Enough variety for a lifetime of exploration!

These refreshing white wines to enjoy this summer are all Italian, not by design but because they all happened to star in recent tastings.

Italy has a bewildering array of native grapes, red and white, many specific to one region, that complement food very well.  Italians have always seen wine as something to accompany and complement food rather than dominate it. In the past, Italian white wines tended to be light and fresh, a sort of vinous squeeze of lemon to bring life to simply cooked fish and shellfish.

White wines with 14% or more alcohol are rare, and the use of new oak is generally restrained. Instead, you get light refreshing wines sometimes with herbal notes, often finishing on a slightly bitter almond-tinged note. This is a broad generalisation, but I think it holds true much of the time. It doesn’t mean the wines lack flavour; they are more subtle but every bit as enjoyable as something with more body. They are a great option for anyone tiring of a Sauvignon Blanc and Pinot Grigio.

The Arneis also called “white nebbiolo” or “little king”, which indicates the importance and noble character of this grape. It is one of the most important white grape varieties in (Northern) Italy and is actually only cultivated in Piedmont.  It is a crisp and floral variety, and has been grown for centuries in the region. The grape tend to be dry and full-bodied with notes of pears and apricots.

Verdicchio is a grape with real potential. I have been championing Soave for some years now; quality has improved as regulations have been tightened. It is no longer the blend, tasteless liquid our parents knocked back in the last century. Soave must be made from a minimum of 80 per cent Garganega, the quality variety of the region. The Classico bit is important, signifying the wine is made from grapes grown on the volcanic or limestone mountain slopes, rather than the prolific flat plains.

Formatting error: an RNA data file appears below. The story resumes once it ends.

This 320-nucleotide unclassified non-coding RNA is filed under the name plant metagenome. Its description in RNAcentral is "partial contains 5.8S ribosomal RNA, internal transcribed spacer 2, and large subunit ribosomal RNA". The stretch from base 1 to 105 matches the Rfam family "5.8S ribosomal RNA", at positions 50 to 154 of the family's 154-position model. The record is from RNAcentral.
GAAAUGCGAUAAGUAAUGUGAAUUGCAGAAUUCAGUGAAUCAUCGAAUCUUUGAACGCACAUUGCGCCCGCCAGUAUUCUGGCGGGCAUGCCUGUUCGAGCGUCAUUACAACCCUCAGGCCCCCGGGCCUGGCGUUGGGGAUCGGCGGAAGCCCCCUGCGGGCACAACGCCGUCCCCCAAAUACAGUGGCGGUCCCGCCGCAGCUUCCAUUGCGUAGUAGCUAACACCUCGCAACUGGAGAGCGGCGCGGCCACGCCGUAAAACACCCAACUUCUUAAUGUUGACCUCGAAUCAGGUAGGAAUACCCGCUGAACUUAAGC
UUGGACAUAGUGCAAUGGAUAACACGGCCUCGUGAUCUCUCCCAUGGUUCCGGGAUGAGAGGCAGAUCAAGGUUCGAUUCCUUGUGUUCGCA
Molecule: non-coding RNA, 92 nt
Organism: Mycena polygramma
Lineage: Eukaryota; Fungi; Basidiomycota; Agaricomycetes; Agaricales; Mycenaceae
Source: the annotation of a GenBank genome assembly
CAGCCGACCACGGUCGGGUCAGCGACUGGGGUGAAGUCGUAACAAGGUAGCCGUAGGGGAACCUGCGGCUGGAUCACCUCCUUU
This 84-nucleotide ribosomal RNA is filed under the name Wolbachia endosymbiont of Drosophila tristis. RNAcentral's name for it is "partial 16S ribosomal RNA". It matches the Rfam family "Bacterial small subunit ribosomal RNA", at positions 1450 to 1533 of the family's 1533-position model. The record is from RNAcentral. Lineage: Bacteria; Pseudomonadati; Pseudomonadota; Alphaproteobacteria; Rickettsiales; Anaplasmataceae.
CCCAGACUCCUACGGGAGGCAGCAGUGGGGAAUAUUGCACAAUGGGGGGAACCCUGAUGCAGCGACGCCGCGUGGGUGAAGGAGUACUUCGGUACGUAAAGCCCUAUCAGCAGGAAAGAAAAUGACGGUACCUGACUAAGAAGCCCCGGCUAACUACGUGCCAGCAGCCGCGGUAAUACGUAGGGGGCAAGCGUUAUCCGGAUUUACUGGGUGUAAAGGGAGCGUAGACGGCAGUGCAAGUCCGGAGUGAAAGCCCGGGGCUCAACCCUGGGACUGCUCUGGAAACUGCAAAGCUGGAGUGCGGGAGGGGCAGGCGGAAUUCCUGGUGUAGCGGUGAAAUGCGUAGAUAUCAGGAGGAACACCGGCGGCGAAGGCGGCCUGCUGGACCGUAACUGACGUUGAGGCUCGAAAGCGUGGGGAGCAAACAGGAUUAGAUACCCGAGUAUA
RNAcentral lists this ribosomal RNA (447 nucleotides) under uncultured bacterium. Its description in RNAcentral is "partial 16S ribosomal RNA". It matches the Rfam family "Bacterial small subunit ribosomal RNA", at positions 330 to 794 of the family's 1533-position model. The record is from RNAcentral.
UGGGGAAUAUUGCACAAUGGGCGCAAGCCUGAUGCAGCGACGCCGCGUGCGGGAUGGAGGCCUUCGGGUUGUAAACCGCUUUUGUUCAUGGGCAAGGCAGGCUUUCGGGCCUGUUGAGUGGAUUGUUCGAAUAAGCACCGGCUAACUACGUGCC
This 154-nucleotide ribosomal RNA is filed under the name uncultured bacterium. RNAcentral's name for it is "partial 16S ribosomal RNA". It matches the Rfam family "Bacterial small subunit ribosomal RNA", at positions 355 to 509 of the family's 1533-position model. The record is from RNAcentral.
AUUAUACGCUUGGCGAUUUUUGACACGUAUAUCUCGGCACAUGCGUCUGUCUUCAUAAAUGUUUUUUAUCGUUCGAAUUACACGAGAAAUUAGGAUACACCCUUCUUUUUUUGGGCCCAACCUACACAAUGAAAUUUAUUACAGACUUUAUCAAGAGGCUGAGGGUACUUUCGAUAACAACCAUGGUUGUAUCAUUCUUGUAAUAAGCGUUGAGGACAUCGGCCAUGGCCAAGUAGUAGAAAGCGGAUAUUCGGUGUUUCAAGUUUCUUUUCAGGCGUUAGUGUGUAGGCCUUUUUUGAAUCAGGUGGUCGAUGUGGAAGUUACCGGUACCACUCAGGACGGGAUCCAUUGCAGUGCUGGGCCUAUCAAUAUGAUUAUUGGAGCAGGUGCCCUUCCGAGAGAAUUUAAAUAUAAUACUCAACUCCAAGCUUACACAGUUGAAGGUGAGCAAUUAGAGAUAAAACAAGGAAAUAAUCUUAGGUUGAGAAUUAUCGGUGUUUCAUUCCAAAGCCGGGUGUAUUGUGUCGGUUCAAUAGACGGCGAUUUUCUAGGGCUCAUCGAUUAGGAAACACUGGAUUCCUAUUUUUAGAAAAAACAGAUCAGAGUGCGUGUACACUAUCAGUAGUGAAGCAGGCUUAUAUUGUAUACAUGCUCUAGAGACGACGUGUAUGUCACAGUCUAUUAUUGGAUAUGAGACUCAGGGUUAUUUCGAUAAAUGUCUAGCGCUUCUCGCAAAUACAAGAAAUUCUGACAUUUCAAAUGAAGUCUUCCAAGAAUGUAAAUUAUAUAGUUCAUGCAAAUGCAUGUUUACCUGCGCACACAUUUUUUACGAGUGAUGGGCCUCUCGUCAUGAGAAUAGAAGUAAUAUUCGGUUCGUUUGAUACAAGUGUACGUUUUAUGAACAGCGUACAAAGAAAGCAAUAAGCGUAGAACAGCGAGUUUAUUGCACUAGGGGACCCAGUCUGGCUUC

Tuscany – a land of red wines, but a great white makes its way. The two white varieties cultivated at Fanti Estate, Trebbiano and Malvasia, are used together with Vermentino and Viogner. Intense fruity notes of pear, papaya and dried apricots, are followed by citrusy fragrances of cedar and orange blossom, together with spicy notes of white pepper.

Grechetto is found mainly in Umbria and is best known as the primary ingredient in Orvieto. If yields are kept low, it can produce some very good wines. Spicy aromas with fruity notes of peach. Palate is robust and persistent, slightly tannic.

Pecorino is something of a rarity, recently revived in its native Abruzzo, where it has been grown for centuries. Scents of fresh fruit, accompanied by spicy notes and nuances of aromatic herbs, fresh and savoury on the palate. No relation to the cheese, although the two go well together, it is believed that the name comes from sheep (pecora) wandering through the vineyard snacking on the grapes.

The Tuscan Maremma offers incredible landscape jewels but also very high quality soils with a mineral character. Vermentino Toscana releases fruity aromas with notes of citrus, exotic fruits, apple and pear. Slightly herbaceous, which the component of Grechetto is found. On the palate it confirms its charm. The harmony between the freshness and the acid component, perfectly balanced by the fullness and roundness of the flavour.

Greco (maybe of Greek origin) is to both white (Greco bianco) and black (Greco nero) grape varieties, grown mainly in Campania in Southern Italy, and particularly associated with the Greco di Tufo DOCG. The best wines can vary from fresh and herbal to full-bodied with hints of stone fruit. In Calabria,  it is used to make the DOC wine Greco di Bianco.

Sun, sea, fertile soil and a mild climate are the elements that produce a unique Vermentino di Sardegna wine. The territory of Romangia di Sorso has always been known as the territory for the purchase of excellent wines, but also of fine grapes, which have contributed to the birth of the best Sardinian wines. Vermentino has an intense and continuous aromas with notes of pear and linden flowers, it is enriched with citrus and vegetable fragrances. The Kanimari is a dry and fresh wine, distinguished sour perception where the citrus fragrance is initially rediscovered.

All of these wines go well with lighter foods such as fish and shellfish, tomato-based pasta dishes, goat’s cheese, salads or simply to sip in that lovely sunshine.

 

 

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